have been fully implemented. The recommendation system is split into three parts. The first part is externally accessible and it allows other government departments to submit responses to our recommendations through our website. There’s an internal part
that allows our staff to add recommendations and to review the recommendations
that have been submitted by the departments. Each of those responses
goes through four levels of review and after being fully reviewed, the departments’ response
and our assessment of their response is posted on our website and this holds other
departments accountable and their implementation
of our recommendations is often considered when
the legislature reviews the department’s budget. We continue to followup
on these recommendations that we make to departments
for up to six years after the release of our audit report. The third part of the
recommendation system is externally accessible and it allows the legislature, the press and the public to subscribe to be notified
about new report releases and new responses to
these recommendations. The system also allows
subscribing to be notified about things that are filtered
to specific policy areas. The last major web
application that we developed is our public website, which
like our recommendation system is also split into three different parts. Over 99% of the content
on our public website is generated by an internal system that just caches static pages. So, to update the content
on our public website, we just run a webcrawler
over our internal system which caches all the pages and then those web pages are just copied into our public web servers via our sync whenever we want to update content. We only have about 20,000 pages in our public websites and this approach is feasible for us. So, having almost all of our website consist of static pages is very helpful from a reliability standpoint. So, in the weird cases
where we have had problems with with the dynamic sections
of our public website, our users generally
don’t even notice because they are only accessing
the static content. Now, there is a small dynamic system that runs in our public websites which handles a few actions, mostly some different search features and there’s also a small internal
administrative application that we use for adding
reports to the website. As I mention, we use
Ruby for all development, so I’d like to talk a little bit about some of the non-web applications that we develop. For employees to log in to any of our internal web applications, we want them to use the same Windows user name and password that they use to log on to their computer because
we don’t want to have them remember a separate
user name and password. From a security
perspective, you don’t want your web servers talking directly to your Windows domain controllers. So, all of our web
applications authenticate by using SSL to connect to a
custom authentication proxy that is written in Ruby. The web applications submit the user name and the password provided by the user. The proxy first checks that the user is in a list of allowed user
names and then connects to Windows using LDAP over SSL in order to authenticate the password. We also use Ruby to implement
two factor authentication for our VPN, so we use Open VPN which does not have native support for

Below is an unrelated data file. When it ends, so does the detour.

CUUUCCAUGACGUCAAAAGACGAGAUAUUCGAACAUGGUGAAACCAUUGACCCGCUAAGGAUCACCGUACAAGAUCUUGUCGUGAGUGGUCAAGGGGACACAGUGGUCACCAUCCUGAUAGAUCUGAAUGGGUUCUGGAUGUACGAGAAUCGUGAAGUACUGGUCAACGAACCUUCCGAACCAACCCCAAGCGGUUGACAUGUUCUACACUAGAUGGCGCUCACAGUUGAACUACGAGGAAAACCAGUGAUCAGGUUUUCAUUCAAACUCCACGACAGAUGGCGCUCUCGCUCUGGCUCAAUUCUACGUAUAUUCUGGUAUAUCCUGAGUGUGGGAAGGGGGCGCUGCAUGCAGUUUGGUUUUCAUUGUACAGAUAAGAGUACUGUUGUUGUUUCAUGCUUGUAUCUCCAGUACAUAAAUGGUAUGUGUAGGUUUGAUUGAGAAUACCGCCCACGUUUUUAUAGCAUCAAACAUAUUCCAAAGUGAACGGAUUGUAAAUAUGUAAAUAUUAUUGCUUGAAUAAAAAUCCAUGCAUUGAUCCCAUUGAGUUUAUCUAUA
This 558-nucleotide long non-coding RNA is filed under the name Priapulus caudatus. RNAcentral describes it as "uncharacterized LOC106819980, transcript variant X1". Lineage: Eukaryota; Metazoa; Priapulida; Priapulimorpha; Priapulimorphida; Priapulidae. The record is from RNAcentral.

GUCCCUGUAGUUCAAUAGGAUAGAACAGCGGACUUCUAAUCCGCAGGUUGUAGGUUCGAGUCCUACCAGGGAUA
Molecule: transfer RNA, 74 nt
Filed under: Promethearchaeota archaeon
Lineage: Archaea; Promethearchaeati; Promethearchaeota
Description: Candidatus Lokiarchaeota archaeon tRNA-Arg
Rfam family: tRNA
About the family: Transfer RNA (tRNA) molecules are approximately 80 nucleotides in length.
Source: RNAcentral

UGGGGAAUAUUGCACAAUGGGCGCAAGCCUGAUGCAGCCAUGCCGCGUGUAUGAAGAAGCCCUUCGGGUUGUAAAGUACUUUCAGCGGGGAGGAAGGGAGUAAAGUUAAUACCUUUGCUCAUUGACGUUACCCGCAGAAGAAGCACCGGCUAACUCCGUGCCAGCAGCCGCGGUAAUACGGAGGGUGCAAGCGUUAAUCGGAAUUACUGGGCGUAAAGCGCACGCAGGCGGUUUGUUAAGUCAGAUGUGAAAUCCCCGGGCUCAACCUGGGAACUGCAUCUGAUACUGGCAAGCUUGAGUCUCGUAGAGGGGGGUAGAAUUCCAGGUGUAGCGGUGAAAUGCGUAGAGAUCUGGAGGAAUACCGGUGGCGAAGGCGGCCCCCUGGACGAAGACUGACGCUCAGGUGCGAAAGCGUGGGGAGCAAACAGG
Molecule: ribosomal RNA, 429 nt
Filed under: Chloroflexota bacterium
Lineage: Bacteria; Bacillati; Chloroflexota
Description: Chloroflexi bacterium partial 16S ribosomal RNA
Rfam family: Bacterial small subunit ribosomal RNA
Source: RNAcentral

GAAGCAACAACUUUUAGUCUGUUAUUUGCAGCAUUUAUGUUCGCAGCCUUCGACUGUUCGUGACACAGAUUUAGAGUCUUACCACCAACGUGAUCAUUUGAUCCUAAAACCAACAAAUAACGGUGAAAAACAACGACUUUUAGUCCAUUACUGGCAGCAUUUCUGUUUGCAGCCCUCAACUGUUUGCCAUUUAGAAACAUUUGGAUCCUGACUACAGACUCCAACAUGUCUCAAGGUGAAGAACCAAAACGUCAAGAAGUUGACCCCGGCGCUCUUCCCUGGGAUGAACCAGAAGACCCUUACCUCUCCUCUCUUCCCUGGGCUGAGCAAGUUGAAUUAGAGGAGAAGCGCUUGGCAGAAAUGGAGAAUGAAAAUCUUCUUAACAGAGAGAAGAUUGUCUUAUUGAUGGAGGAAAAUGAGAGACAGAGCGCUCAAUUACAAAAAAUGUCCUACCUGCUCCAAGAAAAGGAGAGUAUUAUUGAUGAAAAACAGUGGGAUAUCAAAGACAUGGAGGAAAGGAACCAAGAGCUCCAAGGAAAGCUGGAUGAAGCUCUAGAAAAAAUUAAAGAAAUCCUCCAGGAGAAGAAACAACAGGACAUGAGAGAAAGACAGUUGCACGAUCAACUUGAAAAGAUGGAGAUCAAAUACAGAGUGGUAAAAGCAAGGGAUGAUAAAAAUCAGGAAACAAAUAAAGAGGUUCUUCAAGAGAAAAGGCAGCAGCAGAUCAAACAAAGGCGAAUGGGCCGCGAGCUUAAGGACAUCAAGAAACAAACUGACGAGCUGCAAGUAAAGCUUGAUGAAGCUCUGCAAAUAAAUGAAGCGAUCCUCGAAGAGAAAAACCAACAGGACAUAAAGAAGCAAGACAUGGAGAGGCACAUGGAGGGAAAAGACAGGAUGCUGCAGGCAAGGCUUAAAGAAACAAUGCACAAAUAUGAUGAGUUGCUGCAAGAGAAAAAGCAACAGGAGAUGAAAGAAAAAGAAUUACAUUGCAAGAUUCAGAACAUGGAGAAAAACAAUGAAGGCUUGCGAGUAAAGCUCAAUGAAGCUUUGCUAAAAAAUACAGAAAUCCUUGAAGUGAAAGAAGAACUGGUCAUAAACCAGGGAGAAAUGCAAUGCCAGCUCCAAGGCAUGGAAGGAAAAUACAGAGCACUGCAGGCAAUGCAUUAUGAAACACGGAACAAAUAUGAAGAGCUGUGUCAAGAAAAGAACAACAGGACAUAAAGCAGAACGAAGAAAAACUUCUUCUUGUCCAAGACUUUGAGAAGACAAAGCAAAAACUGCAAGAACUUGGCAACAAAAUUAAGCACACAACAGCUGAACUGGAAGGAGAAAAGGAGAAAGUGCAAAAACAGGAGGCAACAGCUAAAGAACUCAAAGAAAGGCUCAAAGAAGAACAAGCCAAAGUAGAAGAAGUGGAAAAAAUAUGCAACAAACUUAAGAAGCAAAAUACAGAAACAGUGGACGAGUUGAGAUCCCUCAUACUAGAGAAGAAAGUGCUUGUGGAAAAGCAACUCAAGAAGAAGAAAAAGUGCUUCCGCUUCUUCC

two factor authentication. (coughs) Sorry. After Open VPN authenticates
their certificate, we have Open VPN run a
statically compiled C program which uses a Unix socket to connect to a server written in Ruby
and that Ruby server then connects to Windows
using LDAP over SSL to authenticate the
password for the user name that is specified inside
the VPN certificate. This approach is a little bit more secure than the standard approach for doing two factor authentication,
so in most cases, the two factor authentication is done with user name provided by the client. The system uses that
approach for authenticating where they use the user name provided by the clients. An attacker can compromise
one employee’s VPN certificate and a different employee’s
password and use the two to gain remote access. So with our approach,
an attacker would have to compromise the VPN certificate and the password for the same employee and because we have about 200 employees, that’s hopefully about
200 times more difficult. We use Ruby to download
financial information from the state’s
mainframe on a daily basis for usage by our financial auditing team. This used to require a gem that can do FTP over SSL, but thankfully, after Ruby 2.4 was released, they were able to switch using NET FTP from the standard library. We develop custom programs
to assist auditors with their audit work. Most recently, we used Ruby with Capybara, Selenium
and Headless Chrome to download almost 3000 Pdfs from a separate government website
that was written in and required job descriptions to work. We then used Ruby with Pdf and Pdftk to extract the specific page from all these 3000 Pdfs, combine
all of the extracted pages into a single Pdf so that the auditors could go through the results easily and include the data in
their audit work papers. We use Ruby in conjunction
with a Microsoft program named AccessEnum to produce reports on file access permission and changes in file access over time, so the former are reviewed annually with management to determine if the
permissions are appropriate and the latter are reviewed monthly to make sure no obvious security issues have been introduced. We use Ruby to check